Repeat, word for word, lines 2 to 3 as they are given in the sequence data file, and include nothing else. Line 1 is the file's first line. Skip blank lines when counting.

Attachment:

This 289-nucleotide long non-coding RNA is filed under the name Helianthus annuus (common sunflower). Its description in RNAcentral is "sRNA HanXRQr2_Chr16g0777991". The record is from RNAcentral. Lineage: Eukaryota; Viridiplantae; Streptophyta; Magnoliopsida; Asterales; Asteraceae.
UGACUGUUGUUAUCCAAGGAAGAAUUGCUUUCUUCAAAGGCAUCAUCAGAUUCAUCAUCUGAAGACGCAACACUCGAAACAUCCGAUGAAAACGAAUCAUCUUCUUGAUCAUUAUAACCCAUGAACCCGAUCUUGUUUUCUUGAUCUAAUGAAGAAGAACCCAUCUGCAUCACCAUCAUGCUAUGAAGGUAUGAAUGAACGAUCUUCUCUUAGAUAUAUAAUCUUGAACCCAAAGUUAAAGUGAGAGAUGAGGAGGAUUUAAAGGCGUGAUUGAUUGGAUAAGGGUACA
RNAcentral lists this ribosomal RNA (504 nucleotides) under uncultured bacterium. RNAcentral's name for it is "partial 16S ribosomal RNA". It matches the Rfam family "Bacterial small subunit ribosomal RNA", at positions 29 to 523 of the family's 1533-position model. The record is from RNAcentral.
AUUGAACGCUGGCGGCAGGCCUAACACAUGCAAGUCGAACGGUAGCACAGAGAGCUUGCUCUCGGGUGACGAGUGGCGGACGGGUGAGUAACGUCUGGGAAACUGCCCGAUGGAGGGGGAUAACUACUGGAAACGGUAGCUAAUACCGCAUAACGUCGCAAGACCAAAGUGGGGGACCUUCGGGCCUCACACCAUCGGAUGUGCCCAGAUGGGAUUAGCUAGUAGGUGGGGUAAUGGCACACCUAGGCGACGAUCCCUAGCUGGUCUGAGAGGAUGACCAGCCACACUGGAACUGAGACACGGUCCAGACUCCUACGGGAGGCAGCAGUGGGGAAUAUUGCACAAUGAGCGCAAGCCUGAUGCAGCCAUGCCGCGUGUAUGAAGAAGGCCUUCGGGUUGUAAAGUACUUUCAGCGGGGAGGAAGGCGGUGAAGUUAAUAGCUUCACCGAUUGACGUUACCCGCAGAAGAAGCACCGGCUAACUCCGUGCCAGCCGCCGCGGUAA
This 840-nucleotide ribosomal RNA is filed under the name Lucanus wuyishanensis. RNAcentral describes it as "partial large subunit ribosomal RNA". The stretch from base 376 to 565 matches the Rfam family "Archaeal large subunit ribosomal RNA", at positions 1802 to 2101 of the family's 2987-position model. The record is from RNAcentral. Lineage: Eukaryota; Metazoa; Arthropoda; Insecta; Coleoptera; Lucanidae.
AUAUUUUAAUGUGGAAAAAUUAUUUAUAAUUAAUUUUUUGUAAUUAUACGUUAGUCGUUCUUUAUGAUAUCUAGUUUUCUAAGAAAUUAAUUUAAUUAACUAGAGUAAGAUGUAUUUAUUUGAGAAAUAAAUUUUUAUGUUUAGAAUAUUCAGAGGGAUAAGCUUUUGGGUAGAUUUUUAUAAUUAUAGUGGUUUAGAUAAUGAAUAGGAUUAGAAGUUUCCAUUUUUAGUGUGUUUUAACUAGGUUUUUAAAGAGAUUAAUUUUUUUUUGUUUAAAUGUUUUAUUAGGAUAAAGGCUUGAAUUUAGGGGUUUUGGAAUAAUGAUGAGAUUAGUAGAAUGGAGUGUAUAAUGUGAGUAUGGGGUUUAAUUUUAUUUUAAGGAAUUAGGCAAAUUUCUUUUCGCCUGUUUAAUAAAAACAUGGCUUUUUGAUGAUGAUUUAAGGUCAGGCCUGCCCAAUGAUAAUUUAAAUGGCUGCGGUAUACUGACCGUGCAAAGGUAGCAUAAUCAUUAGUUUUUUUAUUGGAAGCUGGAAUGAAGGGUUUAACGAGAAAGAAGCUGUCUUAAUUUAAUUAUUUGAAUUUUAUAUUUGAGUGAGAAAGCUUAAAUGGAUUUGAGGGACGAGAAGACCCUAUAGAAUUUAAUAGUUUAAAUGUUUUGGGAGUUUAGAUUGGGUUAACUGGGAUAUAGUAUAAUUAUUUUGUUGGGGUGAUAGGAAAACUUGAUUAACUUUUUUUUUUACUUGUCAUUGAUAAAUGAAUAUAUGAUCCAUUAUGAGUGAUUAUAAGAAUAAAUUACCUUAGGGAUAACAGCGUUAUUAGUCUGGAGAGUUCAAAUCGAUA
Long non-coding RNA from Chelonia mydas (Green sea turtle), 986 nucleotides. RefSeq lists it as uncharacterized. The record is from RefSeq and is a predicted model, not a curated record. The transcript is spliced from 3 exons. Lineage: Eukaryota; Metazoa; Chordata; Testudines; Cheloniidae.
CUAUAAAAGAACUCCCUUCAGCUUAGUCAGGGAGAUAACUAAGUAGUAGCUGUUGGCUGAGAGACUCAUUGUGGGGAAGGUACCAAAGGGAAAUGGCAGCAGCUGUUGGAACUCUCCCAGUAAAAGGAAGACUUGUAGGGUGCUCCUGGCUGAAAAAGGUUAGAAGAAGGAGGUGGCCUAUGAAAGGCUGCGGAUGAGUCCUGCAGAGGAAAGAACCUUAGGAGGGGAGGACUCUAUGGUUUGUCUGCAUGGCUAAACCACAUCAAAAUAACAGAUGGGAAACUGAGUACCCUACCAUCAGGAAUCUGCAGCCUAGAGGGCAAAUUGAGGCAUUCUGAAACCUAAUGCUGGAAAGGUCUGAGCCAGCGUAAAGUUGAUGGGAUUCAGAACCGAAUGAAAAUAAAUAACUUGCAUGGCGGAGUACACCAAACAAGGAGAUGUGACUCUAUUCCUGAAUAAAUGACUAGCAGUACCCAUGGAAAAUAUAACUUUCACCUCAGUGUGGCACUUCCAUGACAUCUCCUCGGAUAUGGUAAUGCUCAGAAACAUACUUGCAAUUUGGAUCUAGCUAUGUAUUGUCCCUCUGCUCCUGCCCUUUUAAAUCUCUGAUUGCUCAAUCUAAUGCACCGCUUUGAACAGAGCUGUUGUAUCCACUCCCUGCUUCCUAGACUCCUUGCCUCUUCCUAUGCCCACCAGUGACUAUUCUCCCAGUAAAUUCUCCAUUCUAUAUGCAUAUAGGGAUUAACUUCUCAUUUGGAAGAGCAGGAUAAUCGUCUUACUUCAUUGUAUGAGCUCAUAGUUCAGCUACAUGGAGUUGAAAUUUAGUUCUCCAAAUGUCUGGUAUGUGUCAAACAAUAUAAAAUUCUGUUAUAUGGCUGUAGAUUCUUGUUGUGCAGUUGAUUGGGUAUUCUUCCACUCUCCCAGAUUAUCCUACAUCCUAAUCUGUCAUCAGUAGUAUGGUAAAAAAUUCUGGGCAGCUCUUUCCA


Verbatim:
UGACUGUUGUUAUCCAAGGAAGAAUUGCUUUCUUCAAAGGCAUCAUCAGAUUCAUCAUCUGAAGACGCAACACUCGAAACAUCCGAUGAAAACGAAUCAUCUUCUUGAUCAUUAUAACCCAUGAACCCGAUCUUGUUUUCUUGAUCUAAUGAAGAAGAACCCAUCUGCAUCACCAUCAUGCUAUGAAGGUAUGAAUGAACGAUCUUCUCUUAGAUAUAUAAUCUUGAACCCAAAGUUAAAGUGAGAGAUGAGGAGGAUUUAAAGGCGUGAUUGAUUGGAUAAGGGUACA
RNAcentral lists this ribosomal RNA (504 nucleotides) under uncultured bacterium. RNAcentral's name for it is "partial 16S ribosomal RNA". It matches the Rfam family "Bacterial small subunit ribosomal RNA", at positions 29 to 523 of the family's 1533-position model. The record is from RNAcentral.